Beijing Auto BJ80J is Naked in China
Published on September 21, 2015 by Tycho de Feijter
The best photos so far of the new Beijing Auto BJ80J, a new 4×4 utility vehicle for the Chinese armed forces. The BJ80J is the military variant of the BJ80, with the civilian version designated BJ80C. Deliveries to the army are scheduled to begin in early 2016.
Small fog lights in the bumper. Winch hiding just below the bumper.
This engine is manufactured in China by the Foton-Cummins engine joint venture in Beijing. Foton is a subsidiary of Beijing Auto Industry Corporation, or BAIC. The BJ80J is manufactured by Beijing Auto Works (BAW), another BAIC subsidiary.
Design of the BJ80 is inspired by the Mercedes-Benz G-Class. Beijing Auto and Daimler-Benz are very close; they have the successful Beijing-Benz joint venture and Daimler owns a 12% stake in BAIC Motor, the parent company of the Beijing Auto brand.
Persistent rumors say Daimler was very unhappy with the BJ80 and tried to convince BAIC Motor to kill it, which is said the be the main reason why the BJ80 has been delayed a couple of times. It now appears that parties have reached an agreement, and the BJ80 is a sure go.
Antenna on the left. Door opens to the right.
The badges on the back are most interesting, especially the one in ‘handwritten’ characters above the door handle: Yongshi (勇士, Brave Warrior). This is the official nickname of the current BJ2022, a similar 4×4 vehicle for the armed forces, developed with a lot of help from Chrysler, and in service since 2007.
The badge, which we haven’t seen before on the prototypes, indicated the BJ80 is indeed the successor of the BJ2022.
Badge below: Beijing Qiche, Beijing Auto, and BJ80J.
This is the BJ2022JC, JC being the designation for the military variant. Lone engine is a 3.2 liter turbo diesel six with 140hp. Originally, this engine was sourced from Nissan but later on manufactured by the Dongfeng Chaoyang Diesel Company. The BJ2022JC exists in many variants, including three-door, anti-riot, and badass-armored.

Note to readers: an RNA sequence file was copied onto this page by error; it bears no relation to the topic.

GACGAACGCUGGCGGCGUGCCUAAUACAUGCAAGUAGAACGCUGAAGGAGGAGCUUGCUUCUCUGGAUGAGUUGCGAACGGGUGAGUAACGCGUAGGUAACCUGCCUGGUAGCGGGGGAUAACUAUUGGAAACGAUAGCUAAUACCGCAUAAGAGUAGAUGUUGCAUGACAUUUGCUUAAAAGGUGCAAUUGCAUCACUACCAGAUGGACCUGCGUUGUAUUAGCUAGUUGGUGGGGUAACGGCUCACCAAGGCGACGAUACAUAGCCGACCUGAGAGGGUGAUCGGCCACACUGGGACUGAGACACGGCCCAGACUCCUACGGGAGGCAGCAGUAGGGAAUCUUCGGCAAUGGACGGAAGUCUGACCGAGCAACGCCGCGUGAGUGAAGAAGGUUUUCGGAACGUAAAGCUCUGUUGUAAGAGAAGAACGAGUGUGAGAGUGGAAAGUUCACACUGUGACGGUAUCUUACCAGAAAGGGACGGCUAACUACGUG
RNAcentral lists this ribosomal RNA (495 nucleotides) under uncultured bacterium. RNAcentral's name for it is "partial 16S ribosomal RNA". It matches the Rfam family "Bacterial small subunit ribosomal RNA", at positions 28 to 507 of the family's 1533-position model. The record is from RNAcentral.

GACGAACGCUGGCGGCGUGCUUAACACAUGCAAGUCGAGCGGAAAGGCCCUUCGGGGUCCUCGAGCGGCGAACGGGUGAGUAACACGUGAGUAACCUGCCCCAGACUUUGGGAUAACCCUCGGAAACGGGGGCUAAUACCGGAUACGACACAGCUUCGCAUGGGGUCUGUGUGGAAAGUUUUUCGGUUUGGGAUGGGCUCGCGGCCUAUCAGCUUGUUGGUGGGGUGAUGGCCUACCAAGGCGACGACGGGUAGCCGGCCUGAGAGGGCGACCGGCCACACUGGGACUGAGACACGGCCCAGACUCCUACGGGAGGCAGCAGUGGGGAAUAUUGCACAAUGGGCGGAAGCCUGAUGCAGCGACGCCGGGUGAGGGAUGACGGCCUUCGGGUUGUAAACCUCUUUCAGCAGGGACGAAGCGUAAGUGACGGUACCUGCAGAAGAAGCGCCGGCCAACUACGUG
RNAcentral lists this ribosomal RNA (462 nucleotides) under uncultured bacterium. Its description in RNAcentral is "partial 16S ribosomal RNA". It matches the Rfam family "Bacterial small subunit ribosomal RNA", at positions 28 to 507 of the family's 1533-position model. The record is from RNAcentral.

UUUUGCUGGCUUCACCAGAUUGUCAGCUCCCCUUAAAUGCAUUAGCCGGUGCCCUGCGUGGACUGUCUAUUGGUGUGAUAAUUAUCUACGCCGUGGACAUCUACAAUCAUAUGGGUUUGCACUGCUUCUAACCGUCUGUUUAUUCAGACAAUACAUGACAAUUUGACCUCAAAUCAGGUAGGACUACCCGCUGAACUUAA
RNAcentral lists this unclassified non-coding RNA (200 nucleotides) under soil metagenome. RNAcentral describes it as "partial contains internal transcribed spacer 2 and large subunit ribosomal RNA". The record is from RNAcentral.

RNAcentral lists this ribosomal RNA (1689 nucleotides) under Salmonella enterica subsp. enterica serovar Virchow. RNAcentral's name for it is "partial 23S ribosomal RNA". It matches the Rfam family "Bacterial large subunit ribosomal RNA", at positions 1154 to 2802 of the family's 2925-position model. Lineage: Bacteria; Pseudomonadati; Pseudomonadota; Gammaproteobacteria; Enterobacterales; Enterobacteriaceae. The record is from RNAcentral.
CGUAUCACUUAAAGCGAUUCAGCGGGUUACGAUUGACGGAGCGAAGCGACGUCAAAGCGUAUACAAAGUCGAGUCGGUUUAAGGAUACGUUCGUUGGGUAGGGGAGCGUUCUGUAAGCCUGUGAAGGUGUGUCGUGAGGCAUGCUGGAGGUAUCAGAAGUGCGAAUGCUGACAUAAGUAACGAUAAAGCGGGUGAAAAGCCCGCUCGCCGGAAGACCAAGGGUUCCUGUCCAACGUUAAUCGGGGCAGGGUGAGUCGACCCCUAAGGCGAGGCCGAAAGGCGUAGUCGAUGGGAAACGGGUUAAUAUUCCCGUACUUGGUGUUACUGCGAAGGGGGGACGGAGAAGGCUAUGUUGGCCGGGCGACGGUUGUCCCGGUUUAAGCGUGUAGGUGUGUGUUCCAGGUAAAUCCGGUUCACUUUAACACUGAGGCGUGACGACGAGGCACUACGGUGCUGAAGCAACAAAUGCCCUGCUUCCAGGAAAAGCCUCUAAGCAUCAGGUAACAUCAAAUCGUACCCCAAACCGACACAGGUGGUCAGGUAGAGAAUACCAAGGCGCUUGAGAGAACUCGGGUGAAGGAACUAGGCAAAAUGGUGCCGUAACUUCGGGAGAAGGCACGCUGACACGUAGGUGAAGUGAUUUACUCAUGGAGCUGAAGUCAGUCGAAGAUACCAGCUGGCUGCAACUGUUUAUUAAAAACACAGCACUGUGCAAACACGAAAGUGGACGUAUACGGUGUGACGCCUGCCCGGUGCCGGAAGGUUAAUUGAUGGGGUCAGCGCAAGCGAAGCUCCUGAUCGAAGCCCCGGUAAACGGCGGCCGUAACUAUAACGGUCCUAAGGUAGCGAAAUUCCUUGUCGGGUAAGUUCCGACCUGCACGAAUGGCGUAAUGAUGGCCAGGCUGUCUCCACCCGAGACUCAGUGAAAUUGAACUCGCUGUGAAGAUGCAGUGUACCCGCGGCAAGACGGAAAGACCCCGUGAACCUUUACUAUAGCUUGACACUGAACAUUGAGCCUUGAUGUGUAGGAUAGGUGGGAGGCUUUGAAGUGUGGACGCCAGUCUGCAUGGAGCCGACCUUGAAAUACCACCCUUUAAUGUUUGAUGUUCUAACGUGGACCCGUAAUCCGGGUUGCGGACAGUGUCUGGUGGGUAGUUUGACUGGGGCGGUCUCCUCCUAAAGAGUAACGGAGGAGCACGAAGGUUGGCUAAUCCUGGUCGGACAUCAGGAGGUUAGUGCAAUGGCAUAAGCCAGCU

This is the civilian version, simply called ‘Yongshi’. Price starts at 197.000 yuan and ends at 209.000 yuan.
It is basically the same vehicle as the base army version, bar for the engines. The civilian Yongshi is presently available with a 2.5 liter turbo diesel four with 136hp, and with a 2.7 liter petrol six with 150hp. The latter replaced a 3.0 petrol six with 138hp that was available until 2011. Same gearbox for all: a five speed manual, sending power to all wheels.
Size BJ2022: 4490/1825/2150, and wheelbase is 2800.
Size BJ80: 4780/1850/1975, and wheelbase is 2800.
A worthy successor? It certainly looks better, and it looks lighter as well, less bulky and less massive, while it is actually slightly bigger.
Note triangular sticker in the wheel. Characters are ‘junpin’, meaning ‘military product’.
Basic design of the interior is the same as in the civilian version. But the BJ80J comes with all-green army trim and a manual gearbox, whereas the civilian version will be automatic-only. Arm rest in black leather, but the rest of the interior is in…
… green cloth.
Enough space in the rear for some serious guns.
Size is always relative. The BJ80J parked next to a massive Dongfeng EQ2050.
The three-door raised-roof variant of the BJ80J. More variants coming soon. The BJ2022 has about twenty.